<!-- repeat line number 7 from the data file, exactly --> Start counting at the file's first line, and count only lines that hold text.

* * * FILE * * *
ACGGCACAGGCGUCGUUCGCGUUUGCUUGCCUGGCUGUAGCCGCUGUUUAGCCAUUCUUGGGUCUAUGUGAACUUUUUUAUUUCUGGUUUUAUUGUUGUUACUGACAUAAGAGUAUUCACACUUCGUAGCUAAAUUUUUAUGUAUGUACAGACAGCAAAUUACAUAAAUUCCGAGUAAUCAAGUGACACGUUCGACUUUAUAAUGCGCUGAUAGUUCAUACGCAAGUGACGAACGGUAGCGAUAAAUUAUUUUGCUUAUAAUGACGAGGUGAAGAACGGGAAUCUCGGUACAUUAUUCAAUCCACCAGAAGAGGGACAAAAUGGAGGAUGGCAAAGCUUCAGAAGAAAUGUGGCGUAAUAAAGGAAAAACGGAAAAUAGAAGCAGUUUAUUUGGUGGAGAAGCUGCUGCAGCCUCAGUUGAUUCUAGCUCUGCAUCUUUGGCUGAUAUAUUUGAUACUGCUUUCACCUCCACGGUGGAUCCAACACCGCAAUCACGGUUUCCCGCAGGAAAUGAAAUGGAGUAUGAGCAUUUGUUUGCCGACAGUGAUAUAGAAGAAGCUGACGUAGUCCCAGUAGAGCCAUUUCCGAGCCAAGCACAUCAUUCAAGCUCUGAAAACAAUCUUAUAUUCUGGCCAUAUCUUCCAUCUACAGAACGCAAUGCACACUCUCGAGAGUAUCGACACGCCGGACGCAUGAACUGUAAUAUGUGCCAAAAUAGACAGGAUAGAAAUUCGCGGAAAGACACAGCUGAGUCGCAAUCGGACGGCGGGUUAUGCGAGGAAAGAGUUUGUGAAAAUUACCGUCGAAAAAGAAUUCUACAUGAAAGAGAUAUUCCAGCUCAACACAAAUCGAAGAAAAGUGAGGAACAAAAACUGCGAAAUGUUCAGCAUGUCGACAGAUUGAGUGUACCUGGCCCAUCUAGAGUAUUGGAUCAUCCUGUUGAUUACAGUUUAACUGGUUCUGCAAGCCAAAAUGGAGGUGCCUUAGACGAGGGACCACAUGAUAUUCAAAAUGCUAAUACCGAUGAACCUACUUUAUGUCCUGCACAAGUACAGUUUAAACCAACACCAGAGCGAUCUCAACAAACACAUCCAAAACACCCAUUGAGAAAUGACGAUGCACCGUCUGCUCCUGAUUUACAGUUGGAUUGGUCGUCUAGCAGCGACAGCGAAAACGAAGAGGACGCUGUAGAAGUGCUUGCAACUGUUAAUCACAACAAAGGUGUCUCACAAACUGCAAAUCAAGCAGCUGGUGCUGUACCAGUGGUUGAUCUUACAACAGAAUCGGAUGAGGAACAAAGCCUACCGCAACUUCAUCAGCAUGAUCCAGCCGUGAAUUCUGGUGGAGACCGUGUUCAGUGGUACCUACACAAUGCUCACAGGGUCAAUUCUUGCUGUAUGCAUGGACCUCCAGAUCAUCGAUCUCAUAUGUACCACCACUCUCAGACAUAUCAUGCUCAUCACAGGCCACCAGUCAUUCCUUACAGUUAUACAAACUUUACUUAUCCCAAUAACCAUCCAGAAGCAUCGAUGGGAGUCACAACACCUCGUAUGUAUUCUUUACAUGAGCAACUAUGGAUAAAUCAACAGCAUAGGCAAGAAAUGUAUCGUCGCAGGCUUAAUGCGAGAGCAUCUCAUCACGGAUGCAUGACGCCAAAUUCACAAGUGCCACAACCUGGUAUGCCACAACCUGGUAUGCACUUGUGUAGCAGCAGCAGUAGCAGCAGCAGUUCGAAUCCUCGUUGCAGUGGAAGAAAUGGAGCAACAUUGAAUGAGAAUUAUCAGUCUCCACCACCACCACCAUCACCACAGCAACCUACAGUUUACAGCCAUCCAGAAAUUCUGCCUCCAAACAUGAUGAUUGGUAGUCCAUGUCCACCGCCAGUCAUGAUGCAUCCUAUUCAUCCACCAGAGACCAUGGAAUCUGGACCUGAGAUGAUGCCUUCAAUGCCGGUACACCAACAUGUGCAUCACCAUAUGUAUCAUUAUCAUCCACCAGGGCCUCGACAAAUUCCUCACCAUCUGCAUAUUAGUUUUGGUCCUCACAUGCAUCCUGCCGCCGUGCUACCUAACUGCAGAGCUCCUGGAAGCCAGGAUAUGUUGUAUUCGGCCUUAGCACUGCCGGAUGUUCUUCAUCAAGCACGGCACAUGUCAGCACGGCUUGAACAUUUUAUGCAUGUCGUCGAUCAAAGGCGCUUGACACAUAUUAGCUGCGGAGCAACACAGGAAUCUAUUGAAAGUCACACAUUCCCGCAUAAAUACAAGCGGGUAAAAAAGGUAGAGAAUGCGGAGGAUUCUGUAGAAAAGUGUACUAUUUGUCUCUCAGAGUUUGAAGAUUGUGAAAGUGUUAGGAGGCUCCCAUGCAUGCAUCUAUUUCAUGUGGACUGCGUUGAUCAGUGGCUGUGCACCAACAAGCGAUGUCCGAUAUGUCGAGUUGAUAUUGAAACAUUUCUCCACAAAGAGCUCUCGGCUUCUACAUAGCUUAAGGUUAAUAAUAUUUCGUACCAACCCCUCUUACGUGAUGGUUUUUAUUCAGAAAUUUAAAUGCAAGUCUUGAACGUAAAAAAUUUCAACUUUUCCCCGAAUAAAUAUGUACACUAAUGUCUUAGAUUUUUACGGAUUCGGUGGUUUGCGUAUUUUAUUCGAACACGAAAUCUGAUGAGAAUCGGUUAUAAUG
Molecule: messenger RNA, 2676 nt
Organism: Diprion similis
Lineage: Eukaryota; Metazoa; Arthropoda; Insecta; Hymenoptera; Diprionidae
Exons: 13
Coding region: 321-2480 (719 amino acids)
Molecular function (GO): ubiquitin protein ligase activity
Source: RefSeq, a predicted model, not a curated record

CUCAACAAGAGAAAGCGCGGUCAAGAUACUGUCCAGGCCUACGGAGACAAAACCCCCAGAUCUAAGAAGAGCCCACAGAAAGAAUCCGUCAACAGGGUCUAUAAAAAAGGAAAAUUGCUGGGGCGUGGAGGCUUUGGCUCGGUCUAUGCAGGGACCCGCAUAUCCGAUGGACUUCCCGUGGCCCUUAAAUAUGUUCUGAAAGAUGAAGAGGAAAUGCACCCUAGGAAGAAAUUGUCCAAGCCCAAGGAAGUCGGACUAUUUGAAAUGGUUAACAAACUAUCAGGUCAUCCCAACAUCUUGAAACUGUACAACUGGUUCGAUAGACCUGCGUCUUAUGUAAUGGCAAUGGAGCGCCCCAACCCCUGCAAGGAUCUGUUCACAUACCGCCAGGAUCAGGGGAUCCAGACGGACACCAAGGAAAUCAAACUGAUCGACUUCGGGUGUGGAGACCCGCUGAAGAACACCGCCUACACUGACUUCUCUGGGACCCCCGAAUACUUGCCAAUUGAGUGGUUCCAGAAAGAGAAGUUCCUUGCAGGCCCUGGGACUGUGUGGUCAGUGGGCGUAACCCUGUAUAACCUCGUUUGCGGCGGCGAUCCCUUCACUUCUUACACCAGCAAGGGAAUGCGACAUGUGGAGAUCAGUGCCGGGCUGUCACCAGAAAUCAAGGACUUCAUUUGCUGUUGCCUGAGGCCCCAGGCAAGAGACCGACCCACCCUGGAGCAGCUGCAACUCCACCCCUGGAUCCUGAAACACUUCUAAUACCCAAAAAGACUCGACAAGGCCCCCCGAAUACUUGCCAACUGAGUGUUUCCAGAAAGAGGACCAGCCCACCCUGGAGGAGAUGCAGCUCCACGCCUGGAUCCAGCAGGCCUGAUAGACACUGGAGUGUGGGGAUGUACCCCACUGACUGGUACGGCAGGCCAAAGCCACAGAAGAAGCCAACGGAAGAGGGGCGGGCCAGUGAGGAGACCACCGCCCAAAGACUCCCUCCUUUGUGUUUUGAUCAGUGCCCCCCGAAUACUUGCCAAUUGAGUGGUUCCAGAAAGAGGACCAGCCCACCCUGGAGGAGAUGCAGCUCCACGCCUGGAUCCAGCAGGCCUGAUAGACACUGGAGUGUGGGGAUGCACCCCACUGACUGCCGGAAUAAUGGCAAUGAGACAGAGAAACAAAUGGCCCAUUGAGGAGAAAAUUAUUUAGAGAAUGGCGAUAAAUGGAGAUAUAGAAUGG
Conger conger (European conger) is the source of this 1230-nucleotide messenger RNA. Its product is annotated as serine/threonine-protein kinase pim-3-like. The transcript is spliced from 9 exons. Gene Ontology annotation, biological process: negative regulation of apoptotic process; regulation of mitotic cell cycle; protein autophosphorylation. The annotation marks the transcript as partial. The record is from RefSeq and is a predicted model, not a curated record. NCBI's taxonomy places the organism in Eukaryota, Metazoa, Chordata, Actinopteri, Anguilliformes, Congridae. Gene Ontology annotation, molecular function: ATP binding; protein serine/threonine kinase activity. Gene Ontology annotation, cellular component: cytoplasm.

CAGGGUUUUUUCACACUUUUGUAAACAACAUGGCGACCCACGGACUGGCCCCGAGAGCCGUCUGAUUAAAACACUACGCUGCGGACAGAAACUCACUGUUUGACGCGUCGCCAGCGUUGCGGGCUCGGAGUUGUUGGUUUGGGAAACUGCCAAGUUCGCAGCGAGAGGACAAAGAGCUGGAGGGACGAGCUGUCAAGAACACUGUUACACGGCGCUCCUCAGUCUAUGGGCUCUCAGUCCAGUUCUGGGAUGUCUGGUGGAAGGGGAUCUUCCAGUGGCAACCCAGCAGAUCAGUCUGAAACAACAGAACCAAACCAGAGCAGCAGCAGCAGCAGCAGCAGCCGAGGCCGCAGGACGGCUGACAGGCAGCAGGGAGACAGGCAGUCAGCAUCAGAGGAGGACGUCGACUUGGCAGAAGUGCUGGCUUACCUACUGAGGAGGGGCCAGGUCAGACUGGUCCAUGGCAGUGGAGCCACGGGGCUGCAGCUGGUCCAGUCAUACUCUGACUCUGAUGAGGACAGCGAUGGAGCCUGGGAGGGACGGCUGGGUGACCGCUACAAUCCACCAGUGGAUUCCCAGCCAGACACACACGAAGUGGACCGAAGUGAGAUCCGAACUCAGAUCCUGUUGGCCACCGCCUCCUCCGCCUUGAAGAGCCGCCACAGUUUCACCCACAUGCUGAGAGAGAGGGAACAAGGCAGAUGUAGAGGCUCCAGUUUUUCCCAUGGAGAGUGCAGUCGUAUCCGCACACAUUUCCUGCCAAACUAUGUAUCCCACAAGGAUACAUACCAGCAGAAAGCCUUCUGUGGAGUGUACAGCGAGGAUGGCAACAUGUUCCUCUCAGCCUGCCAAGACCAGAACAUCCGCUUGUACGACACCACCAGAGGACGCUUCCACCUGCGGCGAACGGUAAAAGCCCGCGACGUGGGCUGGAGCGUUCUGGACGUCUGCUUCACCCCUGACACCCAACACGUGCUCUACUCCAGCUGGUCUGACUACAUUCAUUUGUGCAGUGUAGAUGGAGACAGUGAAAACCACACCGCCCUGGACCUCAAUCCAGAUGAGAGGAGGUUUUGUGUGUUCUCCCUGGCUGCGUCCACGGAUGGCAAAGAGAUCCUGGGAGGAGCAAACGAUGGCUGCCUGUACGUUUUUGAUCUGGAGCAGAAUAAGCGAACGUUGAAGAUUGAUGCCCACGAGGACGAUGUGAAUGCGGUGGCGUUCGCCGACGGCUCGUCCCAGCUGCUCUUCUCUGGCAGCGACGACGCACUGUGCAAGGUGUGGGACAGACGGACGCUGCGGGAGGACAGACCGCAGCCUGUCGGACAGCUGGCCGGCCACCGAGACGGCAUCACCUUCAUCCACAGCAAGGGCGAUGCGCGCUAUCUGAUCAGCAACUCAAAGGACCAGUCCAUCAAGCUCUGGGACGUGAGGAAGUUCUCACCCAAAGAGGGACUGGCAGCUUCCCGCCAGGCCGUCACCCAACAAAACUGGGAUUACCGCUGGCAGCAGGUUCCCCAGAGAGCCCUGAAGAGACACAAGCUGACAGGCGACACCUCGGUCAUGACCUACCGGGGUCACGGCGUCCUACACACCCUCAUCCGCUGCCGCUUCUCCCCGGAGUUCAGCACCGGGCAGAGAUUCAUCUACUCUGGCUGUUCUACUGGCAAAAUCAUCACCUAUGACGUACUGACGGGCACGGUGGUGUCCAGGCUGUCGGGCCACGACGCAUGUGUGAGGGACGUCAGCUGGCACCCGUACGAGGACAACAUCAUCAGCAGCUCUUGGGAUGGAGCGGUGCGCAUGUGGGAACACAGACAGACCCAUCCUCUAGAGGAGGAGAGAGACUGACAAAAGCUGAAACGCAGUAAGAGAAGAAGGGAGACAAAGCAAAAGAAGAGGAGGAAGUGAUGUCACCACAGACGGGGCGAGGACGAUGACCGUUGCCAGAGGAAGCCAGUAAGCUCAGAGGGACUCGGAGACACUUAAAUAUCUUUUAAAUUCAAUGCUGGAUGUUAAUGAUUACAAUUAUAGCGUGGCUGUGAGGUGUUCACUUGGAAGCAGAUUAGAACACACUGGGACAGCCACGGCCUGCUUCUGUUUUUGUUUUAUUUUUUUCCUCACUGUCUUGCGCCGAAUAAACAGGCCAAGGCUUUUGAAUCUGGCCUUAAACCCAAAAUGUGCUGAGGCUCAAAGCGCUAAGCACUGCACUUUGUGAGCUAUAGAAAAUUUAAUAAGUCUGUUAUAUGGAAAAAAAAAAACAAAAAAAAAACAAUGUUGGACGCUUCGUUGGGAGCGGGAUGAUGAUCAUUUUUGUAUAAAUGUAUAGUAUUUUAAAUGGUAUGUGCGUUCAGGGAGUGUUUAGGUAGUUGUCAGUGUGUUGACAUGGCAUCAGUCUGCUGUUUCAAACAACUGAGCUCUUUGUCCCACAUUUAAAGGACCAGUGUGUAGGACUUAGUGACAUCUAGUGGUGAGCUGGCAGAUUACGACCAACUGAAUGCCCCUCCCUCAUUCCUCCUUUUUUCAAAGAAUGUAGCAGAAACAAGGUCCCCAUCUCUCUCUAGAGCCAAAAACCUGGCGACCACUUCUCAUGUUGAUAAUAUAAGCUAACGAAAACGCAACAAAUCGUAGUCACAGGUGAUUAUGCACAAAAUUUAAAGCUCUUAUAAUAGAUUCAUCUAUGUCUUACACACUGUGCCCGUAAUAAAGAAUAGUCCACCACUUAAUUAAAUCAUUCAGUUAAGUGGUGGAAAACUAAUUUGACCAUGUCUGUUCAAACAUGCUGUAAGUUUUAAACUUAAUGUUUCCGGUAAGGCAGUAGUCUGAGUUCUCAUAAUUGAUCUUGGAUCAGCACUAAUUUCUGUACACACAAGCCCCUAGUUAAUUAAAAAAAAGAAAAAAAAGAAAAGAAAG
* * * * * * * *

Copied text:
Molecular function (GO): ubiquitin protein ligase activity